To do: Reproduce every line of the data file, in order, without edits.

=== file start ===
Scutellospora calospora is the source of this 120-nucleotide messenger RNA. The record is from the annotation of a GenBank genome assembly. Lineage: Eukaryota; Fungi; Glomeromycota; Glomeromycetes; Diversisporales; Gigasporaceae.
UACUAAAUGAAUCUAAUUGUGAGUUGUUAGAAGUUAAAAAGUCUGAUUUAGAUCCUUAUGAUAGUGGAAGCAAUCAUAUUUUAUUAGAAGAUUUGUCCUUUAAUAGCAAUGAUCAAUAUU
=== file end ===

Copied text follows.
Scutellospora calospora is the source of this 120-nucleotide messenger RNA. The record is from the annotation of a GenBank genome assembly. Lineage: Eukaryota; Fungi; Glomeromycota; Glomeromycetes; Diversisporales; Gigasporaceae.
UACUAAAUGAAUCUAAUUGUGAGUUGUUAGAAGUUAAAAAGUCUGAUUUAGAUCCUUAUGAUAGUGGAAGCAAUCAUAUUUUAUUAGAAGAUUUGUCCUUUAAUAGCAAUGAUCAAUAUU